Most people think that they are able to realize when they are being played, manipulated, or snowed. But a psychopath with extensive knowledge of human psychology will be able to manipulate nearly everyone around him without their ever knowing what he is doing, while loving him and believing that he has their best interest at heart. He does not, in reality, have anyone's interest at heart other than his own because such a person believes that they are exempt from the rules of and constraints related to social norms, even though they appear to abide by them better than anyone else.

Real psychopathy, like, the kind that is most dangerous and most effective, is invisible to anyone and everyone other than those who actually have the expertise to recognize it for what it is. The kinds of people who exhibit, for example, obvious antisocial behavior may be psychopaths, but they are not the psychopaths that anyone need be concerned with. The only really dangerous psychopaths are the predators who pretend to be sheep, and convince everyone around them that they are only capable of that level of gentleness.

Real, genuine psychopaths appear to be charming, and warm. They avoid attracting attention to themselves, and they are often the people who can appear to be the most meaningful people in our lives, but they can also be the most devastating when they chose. The reason is because psychopaths read human weakness and fragility in the same way that normal people read books: to them, human weakness is clear and obvious. The psychopath who desires to become more influential in a person's life will identify another person's weakness, and appear to support them there. Psychopaths in that sense are uniquely able to "fill a gap" in someone's life, better than almost every normal person would ever be able too, because most people don't see human weakness the way that psychopaths do.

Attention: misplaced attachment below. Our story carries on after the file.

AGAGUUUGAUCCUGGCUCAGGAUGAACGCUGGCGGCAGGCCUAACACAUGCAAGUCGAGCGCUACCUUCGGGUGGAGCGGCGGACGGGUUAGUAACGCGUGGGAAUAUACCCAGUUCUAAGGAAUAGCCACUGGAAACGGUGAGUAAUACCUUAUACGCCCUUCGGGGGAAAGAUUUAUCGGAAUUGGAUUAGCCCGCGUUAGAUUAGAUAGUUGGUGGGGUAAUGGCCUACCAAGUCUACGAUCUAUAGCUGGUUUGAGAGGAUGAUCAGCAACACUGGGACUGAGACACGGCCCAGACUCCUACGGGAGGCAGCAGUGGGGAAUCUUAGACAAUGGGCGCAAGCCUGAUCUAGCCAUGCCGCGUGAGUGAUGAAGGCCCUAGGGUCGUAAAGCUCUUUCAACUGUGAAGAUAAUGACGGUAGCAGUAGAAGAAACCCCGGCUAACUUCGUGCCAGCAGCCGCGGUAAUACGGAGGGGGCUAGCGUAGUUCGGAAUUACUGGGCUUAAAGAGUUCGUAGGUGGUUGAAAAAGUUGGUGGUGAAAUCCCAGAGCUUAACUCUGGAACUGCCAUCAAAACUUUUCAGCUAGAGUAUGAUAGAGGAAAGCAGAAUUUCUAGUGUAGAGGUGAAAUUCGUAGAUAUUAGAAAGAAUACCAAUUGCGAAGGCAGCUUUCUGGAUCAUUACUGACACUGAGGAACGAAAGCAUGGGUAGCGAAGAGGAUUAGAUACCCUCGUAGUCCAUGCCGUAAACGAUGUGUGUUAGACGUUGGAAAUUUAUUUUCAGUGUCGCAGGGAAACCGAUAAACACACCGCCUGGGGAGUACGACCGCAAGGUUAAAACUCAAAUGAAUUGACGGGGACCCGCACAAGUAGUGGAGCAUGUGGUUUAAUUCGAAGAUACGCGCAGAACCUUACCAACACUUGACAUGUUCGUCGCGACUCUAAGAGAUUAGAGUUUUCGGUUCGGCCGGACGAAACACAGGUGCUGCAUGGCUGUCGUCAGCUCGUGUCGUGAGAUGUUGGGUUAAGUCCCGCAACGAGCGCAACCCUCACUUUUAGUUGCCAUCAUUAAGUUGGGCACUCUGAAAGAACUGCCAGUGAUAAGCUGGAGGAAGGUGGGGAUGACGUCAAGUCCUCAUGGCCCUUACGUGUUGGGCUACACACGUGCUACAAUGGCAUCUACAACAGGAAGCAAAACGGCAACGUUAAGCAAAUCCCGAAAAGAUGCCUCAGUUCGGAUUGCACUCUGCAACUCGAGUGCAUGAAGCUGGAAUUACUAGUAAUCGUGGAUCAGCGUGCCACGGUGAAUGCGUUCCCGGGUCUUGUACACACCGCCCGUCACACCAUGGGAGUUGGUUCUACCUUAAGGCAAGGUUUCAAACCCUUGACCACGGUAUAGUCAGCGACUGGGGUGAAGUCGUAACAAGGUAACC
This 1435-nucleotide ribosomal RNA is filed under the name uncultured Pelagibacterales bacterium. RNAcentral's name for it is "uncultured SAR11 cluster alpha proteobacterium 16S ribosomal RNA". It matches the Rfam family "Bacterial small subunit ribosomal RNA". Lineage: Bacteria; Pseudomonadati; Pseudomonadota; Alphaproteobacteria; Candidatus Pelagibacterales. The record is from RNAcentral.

To recognize this kind of behavior, you really have to know what you're looking for... because there is a much stronger probability that a psychopath in your life is better at acting than you are at seeing through his facade. And slip ups, just like scum slips in Mafia, are exceedingly rare when you're dealing with an exceptionally good Mafioso.
YYW
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12/31/2015 5:41:03 PM
Posted: 11 months ago